EU Science Hub

Building essential biodiversity variables (EBVs) of species distribution and abundance at a global scale

Much biodiversity data is collected worldwide, but it remains a major challenge to assemble the scattered knowledge for assessing biodiversity status and trends. The concept of Essential Biodiversity Variables (EBVs) was introduced to harmonize and standardize biodiversity data from disparate sources for capturing the minimum set of critical variables required to study, report and management of biodiversity change. Here, we assess the challenges for building global EBV data products across taxa and spatiotemporal scales, focusing on species distribution and abundance. The majority of currently available data on species distributions derives from incidentally reported observations or from surveys where presence-only or presence-absence data are sampled repeatedly with standardized protocols. Most abundance data come from opportunistic population counts or from population time series using standardized protocols (e.g., repeated surveys of the same population from single or multiple sites). Enormous complexity exists in integrating these heterogeneous, multi-source datasets across space, time, taxa and different sampling methods. Integration of such data into global EBV data products requires correcting biases introduced by imperfect detection and varying sampling effort, dealing with different spatial resolution and extents, harmonizing measurement units from different data sources or sampling methods, applying statistical tools and models for spatial inter- or extrapolation, and quantifying sources of uncertainty and errors in data and models. To support the development of EBVs by the Group on Earth Observations Biodiversity Observation Network (GEO BON), we identify eleven key workflow steps that will lead to an operationalization of building EBV data products within and across research infrastructures. These workflow steps take multiple sequential activities into account, including identification and aggregation of various raw data sources, data quality control, taxonomic name matching and statistical modelling of integrated data. We illustrate these steps with concrete examples from existing monitoring projects and citizen science efforts, including eBird, the Tropical Ecology Assessment and Monitoring, the Living Planet Index, and the Baltic Sea zooplankton monitoring. This demonstrates that the identified workflow steps are applicable to both the terrestrial and aquatic systems and a broad range of spatial, temporal and taxonomic scales. All identified workflow steps depend on clear and accessible metadata, and we provide an overview of current standards and identify existing gaps and opportunities. Several challenges remain to be solved for building global EBV data products: (i) developing tools and models for combining heterogeneous, multi-source datasets and filling data gaps in geographic, temporal and taxonomic coverage, (ii) integrating new methods and technologies for data collection such as sensor networks, DNA-based techniques, and satellite remote sensing, (iii) solving major technical issues related to data product structure, data storage, execution of workflows, and the production process/cycle as well as approaching technical interoperability among research infrastructures, (v) achieving semantic interoperability by adopting standards and tools for capturing consistent metadata, and (vi) ensuring legal interoperability by endorsing open data or data that are free from restrictions on access, use modification, and sharing. Addressing these challenges is critical for biodiversity research and for assessing progress towards conservation policy targets and sustainable development goals.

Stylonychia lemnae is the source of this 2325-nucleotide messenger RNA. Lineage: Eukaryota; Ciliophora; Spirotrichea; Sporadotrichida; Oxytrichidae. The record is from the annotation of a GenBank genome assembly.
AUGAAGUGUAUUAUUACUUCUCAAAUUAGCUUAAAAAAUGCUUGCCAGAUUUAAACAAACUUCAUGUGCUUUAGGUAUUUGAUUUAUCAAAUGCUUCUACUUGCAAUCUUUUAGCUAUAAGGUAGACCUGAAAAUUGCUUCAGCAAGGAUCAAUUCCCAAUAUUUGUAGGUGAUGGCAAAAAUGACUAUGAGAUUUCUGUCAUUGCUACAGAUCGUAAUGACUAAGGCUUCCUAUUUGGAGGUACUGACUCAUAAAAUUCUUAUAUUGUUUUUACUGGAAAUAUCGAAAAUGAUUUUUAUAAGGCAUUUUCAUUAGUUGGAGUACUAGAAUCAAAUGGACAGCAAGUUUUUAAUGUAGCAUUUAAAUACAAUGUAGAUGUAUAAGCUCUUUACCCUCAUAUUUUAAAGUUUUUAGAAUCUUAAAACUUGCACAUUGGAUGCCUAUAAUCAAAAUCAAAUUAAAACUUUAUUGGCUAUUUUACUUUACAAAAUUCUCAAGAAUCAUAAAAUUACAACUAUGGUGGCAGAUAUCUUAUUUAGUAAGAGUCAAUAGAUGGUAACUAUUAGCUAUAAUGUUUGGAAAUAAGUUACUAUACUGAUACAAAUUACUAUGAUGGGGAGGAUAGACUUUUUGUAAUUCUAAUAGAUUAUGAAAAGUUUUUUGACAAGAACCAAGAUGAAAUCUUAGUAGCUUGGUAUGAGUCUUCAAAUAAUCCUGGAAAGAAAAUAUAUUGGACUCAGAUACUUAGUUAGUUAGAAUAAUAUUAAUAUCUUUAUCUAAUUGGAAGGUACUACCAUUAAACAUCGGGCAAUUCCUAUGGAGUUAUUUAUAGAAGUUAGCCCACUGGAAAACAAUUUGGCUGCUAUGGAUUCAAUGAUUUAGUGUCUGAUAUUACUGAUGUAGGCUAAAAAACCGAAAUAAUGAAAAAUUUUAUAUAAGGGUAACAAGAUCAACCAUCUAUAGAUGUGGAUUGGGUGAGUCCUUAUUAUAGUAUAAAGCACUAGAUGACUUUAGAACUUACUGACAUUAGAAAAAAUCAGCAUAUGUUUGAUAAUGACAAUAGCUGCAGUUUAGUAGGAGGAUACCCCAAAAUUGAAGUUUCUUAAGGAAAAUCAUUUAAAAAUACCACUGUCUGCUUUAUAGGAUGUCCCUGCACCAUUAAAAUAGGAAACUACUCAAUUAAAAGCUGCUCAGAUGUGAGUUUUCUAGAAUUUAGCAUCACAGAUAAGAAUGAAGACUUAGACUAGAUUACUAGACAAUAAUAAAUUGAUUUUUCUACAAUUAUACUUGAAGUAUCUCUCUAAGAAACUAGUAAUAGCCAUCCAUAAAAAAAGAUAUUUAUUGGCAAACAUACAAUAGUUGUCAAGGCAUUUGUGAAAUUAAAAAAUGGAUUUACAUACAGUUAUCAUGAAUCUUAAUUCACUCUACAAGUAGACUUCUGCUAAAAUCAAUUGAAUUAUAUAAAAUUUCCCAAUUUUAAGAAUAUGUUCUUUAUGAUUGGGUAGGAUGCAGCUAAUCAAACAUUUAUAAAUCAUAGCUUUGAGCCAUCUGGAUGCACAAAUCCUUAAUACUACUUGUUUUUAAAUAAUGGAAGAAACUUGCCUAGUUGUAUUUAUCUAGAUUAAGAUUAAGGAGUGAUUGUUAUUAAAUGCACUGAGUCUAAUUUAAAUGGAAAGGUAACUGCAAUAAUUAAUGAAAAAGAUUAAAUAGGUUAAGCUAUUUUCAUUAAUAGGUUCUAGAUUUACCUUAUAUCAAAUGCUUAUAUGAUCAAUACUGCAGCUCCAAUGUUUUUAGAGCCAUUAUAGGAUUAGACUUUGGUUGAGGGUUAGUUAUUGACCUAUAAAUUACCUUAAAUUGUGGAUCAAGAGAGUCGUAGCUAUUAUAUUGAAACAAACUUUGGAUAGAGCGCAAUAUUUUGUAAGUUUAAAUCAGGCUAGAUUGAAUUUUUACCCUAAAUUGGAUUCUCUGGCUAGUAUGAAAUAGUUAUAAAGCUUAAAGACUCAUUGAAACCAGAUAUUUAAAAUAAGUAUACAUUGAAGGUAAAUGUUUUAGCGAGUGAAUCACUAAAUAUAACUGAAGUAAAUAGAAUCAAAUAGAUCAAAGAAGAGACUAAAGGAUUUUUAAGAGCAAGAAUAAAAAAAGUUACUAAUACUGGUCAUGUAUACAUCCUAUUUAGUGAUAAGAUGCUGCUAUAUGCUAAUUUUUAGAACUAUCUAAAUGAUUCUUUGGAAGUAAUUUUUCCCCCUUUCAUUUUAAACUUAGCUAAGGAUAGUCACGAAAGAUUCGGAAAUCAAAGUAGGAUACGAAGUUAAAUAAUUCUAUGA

JRC wide hidden block